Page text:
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where will i eat today? or choosing a restaurant while visiting france

Eating well in France is important to me. Sometimes I organize my day around eating in a specific restaurant.

I live in France six months during the year, three months in Antibes, two months in Paris, and one month in Marseille. During those six months, I will eat lunch in a restaurant every day. Most of the time I will not repeat a restaurant. One can do the math. I eat in French restaurants 180 times each year.

If I am going to fly to France twice a year and spend between $1,000 and $1,500 for each ticket, I do not want to eat sandwiches or pizza or other fast foods while I am there. When I leave the apartment or hotel room in the morning, I do not want to carry a sack lunch nor do I want to eat “grab and go” meals. I want a good hot meal and I want to drink some wine. I will not become French when I am in France, but I can certainly pretend.

How does a visitor to France pick a restaurant? After all, eating in France should be an experience in itself. I suspect that most tourists choose a restaurant on the spur of the moment. If they are at Notre Dame, they will look around and choose one nearby, or select one that offers a menu that they understand, or pick a place that seems inviting or does not appear threatening.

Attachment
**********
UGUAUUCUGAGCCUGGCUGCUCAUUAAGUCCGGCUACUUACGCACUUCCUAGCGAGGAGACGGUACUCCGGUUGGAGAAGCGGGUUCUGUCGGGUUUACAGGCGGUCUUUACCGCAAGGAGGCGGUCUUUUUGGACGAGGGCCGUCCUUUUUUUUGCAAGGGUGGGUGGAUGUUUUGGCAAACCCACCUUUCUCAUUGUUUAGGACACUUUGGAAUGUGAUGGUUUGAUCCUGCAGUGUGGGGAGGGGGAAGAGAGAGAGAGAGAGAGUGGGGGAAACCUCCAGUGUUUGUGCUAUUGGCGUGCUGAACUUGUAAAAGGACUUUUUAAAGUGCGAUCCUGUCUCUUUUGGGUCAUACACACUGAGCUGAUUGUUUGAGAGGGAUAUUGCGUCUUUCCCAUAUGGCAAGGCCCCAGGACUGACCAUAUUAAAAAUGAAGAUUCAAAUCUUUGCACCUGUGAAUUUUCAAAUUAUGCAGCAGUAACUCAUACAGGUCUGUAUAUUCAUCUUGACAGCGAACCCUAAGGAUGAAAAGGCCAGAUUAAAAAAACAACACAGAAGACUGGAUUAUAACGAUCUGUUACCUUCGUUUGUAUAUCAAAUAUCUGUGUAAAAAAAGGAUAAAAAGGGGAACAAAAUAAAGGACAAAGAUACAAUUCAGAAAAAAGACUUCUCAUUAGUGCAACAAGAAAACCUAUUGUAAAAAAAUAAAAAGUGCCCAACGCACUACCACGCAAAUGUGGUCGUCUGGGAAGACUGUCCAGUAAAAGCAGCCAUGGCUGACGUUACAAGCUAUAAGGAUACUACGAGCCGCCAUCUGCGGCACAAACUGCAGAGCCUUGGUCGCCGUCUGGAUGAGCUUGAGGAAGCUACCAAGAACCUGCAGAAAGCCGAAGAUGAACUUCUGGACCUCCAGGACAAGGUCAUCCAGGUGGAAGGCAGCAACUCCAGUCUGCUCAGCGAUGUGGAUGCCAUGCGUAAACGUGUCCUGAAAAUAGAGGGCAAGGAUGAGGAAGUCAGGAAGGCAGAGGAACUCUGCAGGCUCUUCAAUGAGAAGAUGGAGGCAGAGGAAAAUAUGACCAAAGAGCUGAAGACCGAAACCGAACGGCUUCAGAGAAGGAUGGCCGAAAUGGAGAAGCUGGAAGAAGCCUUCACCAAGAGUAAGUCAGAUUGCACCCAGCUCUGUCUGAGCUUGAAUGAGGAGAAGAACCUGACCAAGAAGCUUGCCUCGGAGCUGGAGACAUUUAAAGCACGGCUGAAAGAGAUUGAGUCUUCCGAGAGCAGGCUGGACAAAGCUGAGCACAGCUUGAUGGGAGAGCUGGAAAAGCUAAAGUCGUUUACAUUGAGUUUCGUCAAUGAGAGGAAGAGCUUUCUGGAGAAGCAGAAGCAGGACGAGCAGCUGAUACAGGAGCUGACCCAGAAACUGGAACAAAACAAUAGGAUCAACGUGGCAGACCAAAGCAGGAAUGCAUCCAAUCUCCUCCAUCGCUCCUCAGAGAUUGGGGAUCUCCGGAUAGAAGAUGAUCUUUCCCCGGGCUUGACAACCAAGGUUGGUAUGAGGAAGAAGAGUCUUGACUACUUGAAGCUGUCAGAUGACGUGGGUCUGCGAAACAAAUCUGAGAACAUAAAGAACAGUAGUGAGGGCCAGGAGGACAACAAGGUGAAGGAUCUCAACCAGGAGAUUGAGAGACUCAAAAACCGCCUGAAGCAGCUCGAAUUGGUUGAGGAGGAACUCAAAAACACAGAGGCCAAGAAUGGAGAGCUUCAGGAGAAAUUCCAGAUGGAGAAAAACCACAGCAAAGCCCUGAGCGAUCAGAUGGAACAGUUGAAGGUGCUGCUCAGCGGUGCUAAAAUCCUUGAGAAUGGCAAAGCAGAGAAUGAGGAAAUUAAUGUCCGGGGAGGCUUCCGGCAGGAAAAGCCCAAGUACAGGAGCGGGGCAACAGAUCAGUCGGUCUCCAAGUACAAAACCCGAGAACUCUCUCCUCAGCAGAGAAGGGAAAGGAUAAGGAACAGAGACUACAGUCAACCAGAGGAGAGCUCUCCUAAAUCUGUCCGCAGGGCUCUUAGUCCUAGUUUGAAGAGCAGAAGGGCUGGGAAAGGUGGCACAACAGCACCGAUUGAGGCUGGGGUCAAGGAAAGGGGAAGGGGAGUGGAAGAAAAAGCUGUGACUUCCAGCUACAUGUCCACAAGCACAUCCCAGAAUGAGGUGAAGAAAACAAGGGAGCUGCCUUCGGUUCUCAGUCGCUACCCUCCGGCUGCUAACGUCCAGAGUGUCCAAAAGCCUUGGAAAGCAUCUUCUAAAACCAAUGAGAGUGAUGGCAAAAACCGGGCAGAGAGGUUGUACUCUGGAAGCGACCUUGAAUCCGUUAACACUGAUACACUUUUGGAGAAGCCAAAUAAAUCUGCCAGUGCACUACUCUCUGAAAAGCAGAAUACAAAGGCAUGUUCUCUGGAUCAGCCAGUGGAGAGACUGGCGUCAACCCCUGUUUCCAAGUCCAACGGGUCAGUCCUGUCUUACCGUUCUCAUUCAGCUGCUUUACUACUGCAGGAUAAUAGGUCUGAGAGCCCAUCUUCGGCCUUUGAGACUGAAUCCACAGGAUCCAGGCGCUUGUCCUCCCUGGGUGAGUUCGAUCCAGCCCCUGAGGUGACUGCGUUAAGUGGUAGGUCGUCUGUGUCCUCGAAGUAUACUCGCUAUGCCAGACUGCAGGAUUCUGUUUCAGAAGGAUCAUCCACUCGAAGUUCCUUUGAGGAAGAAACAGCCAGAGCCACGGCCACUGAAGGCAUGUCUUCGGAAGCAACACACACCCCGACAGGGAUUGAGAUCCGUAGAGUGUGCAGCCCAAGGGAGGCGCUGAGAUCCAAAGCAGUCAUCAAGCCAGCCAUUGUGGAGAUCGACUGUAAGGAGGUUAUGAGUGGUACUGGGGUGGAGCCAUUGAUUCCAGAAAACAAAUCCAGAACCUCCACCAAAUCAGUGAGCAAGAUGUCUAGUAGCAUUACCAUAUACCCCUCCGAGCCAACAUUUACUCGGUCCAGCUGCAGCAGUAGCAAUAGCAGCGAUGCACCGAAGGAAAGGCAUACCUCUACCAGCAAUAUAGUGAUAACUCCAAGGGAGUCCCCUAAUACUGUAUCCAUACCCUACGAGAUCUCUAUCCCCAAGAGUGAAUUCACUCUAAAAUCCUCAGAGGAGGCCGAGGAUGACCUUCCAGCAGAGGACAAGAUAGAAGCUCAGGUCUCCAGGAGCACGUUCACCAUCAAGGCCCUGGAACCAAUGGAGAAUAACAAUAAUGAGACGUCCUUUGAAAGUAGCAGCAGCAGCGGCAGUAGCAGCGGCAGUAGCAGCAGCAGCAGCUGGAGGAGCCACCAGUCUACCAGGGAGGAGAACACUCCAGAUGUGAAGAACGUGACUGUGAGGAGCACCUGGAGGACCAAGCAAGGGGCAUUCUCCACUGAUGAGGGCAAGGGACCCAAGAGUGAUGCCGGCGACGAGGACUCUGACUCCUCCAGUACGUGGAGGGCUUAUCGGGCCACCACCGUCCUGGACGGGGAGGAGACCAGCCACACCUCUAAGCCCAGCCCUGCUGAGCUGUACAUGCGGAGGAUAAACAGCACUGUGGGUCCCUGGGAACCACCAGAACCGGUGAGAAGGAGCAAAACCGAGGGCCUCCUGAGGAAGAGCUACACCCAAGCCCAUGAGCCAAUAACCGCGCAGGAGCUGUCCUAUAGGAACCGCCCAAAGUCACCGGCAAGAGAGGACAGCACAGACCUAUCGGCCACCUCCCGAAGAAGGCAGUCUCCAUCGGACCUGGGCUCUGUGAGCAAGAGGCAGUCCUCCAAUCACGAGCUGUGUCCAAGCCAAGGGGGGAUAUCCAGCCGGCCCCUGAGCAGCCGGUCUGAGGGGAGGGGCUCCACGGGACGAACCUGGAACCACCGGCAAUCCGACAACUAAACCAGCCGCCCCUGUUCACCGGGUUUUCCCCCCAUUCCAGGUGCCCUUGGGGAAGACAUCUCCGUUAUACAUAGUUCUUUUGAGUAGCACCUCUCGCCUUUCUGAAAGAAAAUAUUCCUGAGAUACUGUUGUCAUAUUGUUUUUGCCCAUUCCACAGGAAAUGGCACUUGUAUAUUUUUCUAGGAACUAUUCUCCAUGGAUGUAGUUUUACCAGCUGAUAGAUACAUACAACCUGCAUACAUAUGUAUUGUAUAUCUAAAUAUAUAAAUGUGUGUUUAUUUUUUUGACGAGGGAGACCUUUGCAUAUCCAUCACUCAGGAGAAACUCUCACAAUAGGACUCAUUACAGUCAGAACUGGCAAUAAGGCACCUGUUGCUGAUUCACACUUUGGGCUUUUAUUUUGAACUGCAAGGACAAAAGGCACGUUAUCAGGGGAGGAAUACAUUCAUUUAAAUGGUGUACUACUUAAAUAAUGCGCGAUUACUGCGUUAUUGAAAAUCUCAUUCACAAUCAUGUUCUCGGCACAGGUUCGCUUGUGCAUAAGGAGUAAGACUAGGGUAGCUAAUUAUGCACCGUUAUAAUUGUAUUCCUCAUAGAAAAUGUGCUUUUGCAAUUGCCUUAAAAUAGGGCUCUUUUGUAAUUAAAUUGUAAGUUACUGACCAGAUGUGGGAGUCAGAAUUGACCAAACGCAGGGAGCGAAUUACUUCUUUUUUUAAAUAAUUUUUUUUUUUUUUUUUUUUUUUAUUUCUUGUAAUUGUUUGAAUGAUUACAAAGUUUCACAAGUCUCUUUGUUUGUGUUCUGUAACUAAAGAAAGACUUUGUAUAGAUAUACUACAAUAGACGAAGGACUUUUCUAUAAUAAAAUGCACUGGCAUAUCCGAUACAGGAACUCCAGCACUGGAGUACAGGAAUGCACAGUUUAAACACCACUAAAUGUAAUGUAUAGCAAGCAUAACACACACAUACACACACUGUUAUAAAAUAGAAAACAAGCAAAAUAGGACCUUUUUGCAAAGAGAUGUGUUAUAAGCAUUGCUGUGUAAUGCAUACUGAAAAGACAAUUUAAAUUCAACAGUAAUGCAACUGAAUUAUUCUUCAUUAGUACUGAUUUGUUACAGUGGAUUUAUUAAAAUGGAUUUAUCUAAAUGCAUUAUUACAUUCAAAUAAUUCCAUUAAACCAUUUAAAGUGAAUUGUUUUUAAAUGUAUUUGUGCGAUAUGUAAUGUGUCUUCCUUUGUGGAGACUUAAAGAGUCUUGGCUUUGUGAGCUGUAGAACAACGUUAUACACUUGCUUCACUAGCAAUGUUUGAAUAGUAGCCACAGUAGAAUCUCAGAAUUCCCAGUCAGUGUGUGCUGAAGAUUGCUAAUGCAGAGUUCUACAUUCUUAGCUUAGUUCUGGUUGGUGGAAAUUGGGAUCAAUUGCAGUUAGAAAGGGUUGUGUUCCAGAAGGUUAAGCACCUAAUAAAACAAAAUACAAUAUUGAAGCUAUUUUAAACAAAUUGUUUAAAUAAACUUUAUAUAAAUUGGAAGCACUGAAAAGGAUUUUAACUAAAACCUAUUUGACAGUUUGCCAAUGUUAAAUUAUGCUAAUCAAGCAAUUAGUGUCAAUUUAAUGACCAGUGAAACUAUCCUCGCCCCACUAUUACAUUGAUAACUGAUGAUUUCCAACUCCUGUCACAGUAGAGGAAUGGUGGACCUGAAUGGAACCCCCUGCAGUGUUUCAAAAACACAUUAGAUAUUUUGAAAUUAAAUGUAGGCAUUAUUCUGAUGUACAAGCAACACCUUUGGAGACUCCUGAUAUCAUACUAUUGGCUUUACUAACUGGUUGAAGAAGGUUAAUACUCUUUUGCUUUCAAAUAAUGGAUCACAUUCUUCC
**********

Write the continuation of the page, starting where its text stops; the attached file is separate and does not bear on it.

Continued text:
That is a mistake. But, what should one do?

What do I NOT do?

Rarely will I rely on Yelp or TripAdvisor. (In fact I have blocked TripAdvisor on the my browser.) I am in France. Why would I take the advice of English speaking tourists, mostly Americans, when choosing a French restaurant in France?

I do sometimes make an exception. On the advice of Annie Sargent from The Join Us in France Travel Podcast, I have begun looking at Yelp reviews written in French by the French. That means typing into the search engines instead of

salade de poulpe en persillade.

I do not read American travel books, such as Rick Steves or Fodors. They are very popular, especially Rick Steves, and I do not want to visit restaurants where a lot of tourists will eat. Maybe for the first time traveler, they may serve a purpose. With a bit of research before boarding the plane, however, I believe that one can avoid their recommendations and can still eat well.

Where do I find my ideas for restaurants?